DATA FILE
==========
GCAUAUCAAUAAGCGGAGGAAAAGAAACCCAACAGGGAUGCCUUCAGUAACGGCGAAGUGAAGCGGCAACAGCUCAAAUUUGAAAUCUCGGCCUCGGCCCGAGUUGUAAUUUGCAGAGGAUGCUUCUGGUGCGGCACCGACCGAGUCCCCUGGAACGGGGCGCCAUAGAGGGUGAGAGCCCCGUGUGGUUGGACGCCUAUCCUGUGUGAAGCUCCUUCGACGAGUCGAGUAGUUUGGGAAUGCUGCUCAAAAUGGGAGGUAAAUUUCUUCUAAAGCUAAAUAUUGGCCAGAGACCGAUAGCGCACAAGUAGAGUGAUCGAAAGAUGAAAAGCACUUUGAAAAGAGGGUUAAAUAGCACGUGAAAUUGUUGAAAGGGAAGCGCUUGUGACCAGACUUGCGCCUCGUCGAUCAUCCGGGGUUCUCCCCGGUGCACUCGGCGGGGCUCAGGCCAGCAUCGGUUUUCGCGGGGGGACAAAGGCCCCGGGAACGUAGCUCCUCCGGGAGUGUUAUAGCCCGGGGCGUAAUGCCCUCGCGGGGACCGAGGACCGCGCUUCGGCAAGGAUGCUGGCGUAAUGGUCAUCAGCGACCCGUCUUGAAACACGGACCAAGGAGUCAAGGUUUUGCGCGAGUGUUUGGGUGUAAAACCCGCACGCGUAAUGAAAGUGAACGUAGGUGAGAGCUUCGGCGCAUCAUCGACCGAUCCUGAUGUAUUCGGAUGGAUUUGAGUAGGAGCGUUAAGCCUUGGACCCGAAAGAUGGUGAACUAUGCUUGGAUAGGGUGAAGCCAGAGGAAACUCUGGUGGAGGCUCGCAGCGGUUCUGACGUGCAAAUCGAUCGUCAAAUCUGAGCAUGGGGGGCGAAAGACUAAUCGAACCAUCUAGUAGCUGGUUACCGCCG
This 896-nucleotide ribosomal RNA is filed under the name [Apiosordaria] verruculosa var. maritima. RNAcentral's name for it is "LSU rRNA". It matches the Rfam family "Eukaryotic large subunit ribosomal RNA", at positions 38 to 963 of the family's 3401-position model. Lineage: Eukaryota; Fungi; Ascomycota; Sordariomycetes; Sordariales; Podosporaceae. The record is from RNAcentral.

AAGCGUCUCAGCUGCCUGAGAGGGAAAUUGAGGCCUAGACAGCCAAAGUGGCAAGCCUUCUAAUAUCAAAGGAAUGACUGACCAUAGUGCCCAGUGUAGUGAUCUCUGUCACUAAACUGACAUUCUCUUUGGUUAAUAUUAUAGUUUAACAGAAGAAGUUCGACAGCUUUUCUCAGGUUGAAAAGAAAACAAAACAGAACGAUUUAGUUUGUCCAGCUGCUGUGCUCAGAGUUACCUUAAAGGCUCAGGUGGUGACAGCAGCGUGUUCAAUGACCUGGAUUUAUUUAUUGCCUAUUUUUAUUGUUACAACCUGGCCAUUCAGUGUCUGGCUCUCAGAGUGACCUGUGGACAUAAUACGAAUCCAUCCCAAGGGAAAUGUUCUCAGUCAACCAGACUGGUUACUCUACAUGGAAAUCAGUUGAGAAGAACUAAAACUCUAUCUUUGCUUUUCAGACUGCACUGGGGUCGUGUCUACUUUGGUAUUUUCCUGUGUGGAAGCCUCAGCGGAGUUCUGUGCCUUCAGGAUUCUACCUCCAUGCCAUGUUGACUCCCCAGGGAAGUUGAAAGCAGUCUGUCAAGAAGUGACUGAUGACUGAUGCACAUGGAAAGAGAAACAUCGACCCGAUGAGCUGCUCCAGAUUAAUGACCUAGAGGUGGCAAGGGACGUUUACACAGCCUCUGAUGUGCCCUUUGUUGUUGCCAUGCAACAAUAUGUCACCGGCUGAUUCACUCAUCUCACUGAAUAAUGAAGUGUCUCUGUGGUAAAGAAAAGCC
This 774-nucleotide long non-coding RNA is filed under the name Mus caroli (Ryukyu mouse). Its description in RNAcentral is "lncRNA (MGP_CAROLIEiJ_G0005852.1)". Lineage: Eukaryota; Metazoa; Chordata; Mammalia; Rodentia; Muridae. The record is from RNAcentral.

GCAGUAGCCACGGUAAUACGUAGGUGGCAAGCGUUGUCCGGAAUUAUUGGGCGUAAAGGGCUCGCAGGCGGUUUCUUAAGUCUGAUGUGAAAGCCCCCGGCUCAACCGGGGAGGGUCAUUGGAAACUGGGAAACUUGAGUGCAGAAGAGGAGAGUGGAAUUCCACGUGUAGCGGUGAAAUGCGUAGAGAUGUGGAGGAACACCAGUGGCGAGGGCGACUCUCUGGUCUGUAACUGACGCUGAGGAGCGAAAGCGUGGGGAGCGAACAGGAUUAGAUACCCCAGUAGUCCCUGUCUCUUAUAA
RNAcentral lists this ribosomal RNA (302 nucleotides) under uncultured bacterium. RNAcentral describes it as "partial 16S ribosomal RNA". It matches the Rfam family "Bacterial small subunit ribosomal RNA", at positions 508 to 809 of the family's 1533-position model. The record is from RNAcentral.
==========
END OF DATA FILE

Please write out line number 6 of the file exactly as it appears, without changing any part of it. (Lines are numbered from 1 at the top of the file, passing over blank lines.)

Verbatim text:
RNAcentral lists this ribosomal RNA (302 nucleotides) under uncultured bacterium. RNAcentral describes it as "partial 16S ribosomal RNA". It matches the Rfam family "Bacterial small subunit ribosomal RNA", at positions 508 to 809 of the family's 1533-position model. The record is from RNAcentral.